According to research documented in Movement Disorders in March 2021, “Type 2 diabetes was associated with a 31% increased risk of Parkinson’s, with faster symptom progression when diabetes was present”. High glucose from diabetes may cause brain inflammation. There is no present research proving that “Diabetes causes Parkinson’s”, but there are many studies suggesting it. Type 2 diabetes affects the blood vessels causing vascular disease. Vascular disease may lead to reduced brain blood flow which could speed up the development of Parkinson’s.
Another theory is “the same processes that cause diabetes also cause the nerve cell degeneration present in Parkinson’s”. Insulin resistance, which was discussed earlier, may be a factor in both diseases. Aging and genetics are also a factor in both diabetes and Parkinson’s.
The takeaway message at this time is to manage blood sugars as best as possible – shooting for an A1C of 6.5% to 7.0% – unless told otherwise by your physician. This can avert risk factors and negative health outcomes possibly leading to Parkinson’s. A big difference is diabetes can be diagnosed by simple blood tests and Parkinson’s does not have a definitive blood test for diagnosis. It is usually diagnosed by a movement disorder neurologist based on symptoms. Certain brain scans may be used as well.
Parkinson’s Disease symptoms include:
- A tremor at rest which usually starts on one side and progresses to both sides beginning in fingers and hands
- Impaired taste and impaired/reduced sense of smell
- Arms do not swing while walking
- Stooped or forward leaning posture
- Handwriting changes and becomes smaller over time
- Slower movement/feet shuffling/feels like feet and legs are difficult to lift
- Severe muscle stiffness
- Poor balance
- Severe sweating
- Increased runny nose
- Urinary incontinence/constipation
- Muscle jerking and excessive movement during sleep
There is no defined reason or current cure for Parkinson’s but there are many treatments available. Medications will be prescribed based on which stage you are in and your present symptoms. Medications can usually manage problems with walking, movement and tremors. Parkinson’s medication tends to work better early on and can diminish working over time. Visiting your neurologist as well as working with a physical therapist and a speech pathologist is beneficial as this disease progresses. As with diabetes, focus on taking your medication properly, eating well, doing exercise and balance movements, using stress management techniques and getting restorative sleep.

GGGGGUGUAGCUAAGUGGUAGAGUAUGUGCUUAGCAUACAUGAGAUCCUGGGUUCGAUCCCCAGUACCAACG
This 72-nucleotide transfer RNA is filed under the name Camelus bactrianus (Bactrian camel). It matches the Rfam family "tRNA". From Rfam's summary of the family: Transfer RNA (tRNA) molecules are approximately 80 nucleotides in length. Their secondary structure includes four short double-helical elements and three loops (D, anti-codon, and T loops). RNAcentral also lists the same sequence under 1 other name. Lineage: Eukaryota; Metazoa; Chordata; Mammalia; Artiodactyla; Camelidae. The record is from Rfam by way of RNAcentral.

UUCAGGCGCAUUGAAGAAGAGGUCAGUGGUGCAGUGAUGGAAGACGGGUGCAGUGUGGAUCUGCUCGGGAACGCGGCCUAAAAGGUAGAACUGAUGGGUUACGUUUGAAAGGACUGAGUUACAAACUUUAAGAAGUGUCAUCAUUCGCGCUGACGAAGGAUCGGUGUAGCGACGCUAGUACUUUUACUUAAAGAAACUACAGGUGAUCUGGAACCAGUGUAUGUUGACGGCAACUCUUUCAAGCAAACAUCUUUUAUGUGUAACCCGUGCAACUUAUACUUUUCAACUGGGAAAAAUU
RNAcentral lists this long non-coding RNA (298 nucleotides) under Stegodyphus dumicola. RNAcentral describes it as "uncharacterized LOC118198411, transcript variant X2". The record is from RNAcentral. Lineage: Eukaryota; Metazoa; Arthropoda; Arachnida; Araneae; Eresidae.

3. If you have diabetes in the United States in 2021, your blood sugar and blood pressure control have never been better, due to the latest information, treatments and diabetes medications
Answer – Myth
Diabetes remains one of the most challenging health problems in the 21st century. According to data published in The New England Journal of Medicine, “the percentage of US adults with diabetes meeting both glycemic (blood sugar) and blood pressure control targets declined from 2010-2018. Control had steadily increased from 1999-2010”. As a nation we had been doing much better during previous years but now the trends of diabetes control are getting worse and we must act.
More uncontrolled diabetes and hypertension means more complications to nerves, kidneys, eyes and your heart. More deaths are resulting from diabetes complications, along with grief and heart ache for families and friends and costs for individuals as well as for the entire nation. We need to reeducate and treat people with diabetes for improved blood glucose numbers and overall health. In 2007-2010, glycemic control was achieved in 57% of US adults. Today, this has dropped to about 50%, although we have more medications, treatment plans and information accessible to help treat diabetes. It should be seen as a “wake-up call” to those involved in our health care system. It needs to be seen by the individual patient.
We need to treat diabetes with all our tools at a national level. The numbers for control were defined as, “an A1C less than or equal to 7% (unless otherwise advised by your physician) and a blood pressure of 140/90 mm/hg or less”. Why would/should this happen when we have more access to information, knowledge, different high quality diabetes medications and guidelines available to every physician and health care provider, set by the AACE (American Association of Clinical Endocrinologists)? One of the answers was “there was less use of medication in younger and ethnic groups of people who did not have health insurance and they did not receive adequate medical treatment”.
What can be done to get back on track for diabetes care and control in our nation?